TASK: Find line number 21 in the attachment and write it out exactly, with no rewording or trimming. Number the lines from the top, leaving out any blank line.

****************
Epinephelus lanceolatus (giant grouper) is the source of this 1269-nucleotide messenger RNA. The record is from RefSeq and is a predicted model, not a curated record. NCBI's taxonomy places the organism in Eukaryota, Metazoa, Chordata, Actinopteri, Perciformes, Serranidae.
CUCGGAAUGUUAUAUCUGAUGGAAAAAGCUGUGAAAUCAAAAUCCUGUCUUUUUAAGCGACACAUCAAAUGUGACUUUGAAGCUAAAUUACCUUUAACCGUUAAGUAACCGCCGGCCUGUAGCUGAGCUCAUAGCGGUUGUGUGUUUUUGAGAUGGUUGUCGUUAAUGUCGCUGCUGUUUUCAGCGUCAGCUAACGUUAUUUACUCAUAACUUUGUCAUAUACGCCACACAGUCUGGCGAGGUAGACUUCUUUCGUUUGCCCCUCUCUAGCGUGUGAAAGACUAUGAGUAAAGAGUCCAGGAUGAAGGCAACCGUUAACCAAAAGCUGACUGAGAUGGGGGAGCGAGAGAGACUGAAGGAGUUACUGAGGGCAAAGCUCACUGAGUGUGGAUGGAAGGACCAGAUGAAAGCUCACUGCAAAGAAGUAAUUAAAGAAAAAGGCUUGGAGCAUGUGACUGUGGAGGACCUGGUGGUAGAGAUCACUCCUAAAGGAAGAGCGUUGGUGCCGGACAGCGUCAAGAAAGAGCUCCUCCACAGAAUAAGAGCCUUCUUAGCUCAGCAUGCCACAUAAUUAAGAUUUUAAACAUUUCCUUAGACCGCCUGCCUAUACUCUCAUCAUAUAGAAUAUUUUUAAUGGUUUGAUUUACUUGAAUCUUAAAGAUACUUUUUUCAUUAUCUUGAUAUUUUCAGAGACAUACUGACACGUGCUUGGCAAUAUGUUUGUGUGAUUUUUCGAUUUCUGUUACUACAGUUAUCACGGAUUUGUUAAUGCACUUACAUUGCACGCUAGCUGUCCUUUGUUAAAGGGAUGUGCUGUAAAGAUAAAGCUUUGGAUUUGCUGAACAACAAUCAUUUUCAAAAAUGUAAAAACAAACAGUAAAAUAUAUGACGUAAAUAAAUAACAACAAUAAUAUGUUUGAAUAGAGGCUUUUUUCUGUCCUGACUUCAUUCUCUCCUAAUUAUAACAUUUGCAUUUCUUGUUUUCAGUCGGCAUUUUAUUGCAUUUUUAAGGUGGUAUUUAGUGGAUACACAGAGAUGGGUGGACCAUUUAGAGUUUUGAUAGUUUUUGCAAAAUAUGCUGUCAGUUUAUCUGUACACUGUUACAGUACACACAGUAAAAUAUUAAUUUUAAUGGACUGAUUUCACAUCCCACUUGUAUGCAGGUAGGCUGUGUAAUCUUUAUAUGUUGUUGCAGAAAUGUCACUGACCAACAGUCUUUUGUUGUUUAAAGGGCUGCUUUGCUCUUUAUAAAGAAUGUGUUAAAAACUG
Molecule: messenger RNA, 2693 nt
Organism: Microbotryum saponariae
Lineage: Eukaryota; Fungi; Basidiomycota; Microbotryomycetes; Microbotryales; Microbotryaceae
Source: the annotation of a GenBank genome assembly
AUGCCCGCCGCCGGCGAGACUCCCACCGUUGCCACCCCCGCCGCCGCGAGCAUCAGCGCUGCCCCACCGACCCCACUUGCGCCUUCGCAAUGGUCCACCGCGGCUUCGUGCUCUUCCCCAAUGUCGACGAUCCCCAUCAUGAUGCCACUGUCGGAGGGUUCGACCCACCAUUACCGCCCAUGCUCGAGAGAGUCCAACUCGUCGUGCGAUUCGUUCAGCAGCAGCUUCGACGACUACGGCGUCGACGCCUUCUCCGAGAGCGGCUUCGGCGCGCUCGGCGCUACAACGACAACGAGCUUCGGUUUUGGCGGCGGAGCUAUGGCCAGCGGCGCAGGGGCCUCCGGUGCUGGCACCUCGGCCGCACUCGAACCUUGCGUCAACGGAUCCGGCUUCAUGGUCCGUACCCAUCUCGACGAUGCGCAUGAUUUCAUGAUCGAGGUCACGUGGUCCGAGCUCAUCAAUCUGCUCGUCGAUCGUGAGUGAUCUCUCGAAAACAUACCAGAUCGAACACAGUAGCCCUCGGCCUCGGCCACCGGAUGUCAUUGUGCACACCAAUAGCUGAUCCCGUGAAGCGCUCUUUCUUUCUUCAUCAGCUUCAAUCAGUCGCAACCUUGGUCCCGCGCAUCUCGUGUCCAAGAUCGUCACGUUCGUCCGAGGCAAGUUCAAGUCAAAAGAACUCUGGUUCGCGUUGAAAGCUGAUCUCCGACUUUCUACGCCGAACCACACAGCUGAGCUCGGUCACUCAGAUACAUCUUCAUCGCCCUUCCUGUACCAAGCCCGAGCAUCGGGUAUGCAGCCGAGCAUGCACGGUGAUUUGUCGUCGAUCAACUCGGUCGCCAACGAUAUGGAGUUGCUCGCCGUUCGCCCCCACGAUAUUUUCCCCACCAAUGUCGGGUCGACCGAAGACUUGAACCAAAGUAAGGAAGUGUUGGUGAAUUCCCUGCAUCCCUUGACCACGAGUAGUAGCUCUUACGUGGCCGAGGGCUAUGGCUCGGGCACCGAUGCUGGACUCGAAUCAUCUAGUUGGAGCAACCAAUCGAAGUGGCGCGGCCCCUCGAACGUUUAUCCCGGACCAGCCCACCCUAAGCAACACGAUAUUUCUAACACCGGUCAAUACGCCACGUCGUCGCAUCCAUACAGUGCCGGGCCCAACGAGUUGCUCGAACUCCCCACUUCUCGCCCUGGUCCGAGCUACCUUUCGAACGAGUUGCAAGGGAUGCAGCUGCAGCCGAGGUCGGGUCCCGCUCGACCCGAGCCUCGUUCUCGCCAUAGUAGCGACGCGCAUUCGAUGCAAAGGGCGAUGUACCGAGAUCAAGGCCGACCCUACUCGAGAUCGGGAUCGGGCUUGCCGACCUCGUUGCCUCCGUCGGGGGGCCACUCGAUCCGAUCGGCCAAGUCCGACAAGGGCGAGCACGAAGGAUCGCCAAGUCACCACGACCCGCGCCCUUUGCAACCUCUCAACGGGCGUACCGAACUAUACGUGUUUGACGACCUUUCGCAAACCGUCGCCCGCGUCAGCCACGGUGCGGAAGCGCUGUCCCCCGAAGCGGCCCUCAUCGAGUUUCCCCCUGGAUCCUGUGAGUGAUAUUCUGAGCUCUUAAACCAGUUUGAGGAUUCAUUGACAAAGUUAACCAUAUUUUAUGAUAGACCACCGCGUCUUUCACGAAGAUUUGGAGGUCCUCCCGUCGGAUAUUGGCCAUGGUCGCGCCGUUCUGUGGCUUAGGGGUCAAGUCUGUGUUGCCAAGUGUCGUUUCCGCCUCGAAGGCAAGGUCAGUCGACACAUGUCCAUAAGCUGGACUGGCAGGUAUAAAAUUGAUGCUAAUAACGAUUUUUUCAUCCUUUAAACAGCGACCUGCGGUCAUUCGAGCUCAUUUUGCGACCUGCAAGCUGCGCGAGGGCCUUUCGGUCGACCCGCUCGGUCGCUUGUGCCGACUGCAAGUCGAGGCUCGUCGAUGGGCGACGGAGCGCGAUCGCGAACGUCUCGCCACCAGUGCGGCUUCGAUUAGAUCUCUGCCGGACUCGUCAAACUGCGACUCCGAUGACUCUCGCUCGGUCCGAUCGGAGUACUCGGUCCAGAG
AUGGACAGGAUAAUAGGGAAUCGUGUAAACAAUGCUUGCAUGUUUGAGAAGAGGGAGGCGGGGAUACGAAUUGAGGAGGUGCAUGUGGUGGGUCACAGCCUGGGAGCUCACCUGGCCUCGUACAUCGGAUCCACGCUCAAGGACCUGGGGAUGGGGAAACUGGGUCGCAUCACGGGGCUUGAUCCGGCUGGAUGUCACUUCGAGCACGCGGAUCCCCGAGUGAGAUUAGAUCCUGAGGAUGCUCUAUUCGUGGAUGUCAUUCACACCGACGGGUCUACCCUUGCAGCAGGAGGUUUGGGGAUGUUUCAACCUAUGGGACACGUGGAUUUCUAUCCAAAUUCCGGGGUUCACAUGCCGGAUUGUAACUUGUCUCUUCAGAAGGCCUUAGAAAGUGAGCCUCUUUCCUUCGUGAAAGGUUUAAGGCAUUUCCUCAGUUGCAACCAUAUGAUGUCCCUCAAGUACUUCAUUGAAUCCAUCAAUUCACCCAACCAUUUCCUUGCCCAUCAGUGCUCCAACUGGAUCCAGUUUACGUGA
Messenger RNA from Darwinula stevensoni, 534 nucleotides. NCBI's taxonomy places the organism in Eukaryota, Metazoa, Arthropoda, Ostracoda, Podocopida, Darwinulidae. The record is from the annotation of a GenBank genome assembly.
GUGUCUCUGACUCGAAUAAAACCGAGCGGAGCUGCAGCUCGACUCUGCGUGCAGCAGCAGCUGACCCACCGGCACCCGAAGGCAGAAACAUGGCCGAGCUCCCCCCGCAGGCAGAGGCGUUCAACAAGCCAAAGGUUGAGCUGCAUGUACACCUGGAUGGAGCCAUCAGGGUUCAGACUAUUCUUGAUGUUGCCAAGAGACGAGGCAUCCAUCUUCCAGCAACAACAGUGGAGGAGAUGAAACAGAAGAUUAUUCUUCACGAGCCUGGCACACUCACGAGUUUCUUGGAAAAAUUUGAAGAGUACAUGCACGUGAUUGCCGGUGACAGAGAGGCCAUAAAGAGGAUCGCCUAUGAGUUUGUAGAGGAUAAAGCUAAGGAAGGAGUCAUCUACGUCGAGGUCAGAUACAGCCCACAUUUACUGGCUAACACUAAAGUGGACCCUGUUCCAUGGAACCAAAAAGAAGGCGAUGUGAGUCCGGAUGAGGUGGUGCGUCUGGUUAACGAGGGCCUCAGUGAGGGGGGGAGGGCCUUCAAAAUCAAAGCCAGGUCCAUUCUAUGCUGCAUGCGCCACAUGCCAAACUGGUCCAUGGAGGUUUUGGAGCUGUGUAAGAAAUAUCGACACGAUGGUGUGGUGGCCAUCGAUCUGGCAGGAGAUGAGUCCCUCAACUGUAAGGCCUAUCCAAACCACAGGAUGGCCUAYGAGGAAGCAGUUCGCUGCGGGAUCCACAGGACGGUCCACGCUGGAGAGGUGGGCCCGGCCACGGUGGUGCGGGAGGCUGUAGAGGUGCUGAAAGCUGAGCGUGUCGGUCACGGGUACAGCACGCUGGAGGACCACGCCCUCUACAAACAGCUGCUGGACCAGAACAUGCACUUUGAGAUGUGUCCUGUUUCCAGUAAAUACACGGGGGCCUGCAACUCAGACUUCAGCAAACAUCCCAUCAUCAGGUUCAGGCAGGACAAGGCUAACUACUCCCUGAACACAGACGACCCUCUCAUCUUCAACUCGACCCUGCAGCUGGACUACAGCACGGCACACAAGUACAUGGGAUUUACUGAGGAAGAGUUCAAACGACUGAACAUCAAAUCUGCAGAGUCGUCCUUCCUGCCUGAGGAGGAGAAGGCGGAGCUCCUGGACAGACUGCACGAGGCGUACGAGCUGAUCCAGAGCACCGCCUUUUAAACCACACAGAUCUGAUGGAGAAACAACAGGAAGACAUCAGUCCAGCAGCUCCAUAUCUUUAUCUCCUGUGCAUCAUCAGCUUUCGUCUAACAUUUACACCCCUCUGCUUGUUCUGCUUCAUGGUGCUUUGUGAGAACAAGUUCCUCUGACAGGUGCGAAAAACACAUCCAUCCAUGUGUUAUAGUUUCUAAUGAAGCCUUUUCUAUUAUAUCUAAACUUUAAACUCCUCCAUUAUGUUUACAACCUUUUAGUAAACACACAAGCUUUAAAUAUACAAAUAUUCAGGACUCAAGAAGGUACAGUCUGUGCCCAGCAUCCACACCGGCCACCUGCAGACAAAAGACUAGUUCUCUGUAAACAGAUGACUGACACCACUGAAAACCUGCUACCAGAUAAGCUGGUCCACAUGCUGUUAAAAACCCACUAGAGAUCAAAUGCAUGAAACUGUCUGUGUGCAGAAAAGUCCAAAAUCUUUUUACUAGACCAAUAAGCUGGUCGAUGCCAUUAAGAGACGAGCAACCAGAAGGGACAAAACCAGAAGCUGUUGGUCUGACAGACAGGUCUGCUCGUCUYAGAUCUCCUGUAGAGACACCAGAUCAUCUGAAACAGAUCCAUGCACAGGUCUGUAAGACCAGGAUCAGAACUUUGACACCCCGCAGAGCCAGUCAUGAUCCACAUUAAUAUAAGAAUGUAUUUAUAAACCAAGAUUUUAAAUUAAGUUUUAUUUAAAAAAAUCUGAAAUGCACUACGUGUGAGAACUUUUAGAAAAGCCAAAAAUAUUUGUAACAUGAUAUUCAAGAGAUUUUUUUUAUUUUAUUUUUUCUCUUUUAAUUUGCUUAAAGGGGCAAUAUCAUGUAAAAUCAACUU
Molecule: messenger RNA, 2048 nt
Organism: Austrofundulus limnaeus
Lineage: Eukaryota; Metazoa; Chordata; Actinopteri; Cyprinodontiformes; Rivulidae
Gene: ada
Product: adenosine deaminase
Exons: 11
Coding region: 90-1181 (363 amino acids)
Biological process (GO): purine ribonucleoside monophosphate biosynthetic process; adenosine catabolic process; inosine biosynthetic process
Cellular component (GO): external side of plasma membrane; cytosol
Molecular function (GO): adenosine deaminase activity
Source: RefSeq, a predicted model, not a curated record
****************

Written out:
Source: RefSeq, a predicted model, not a curated record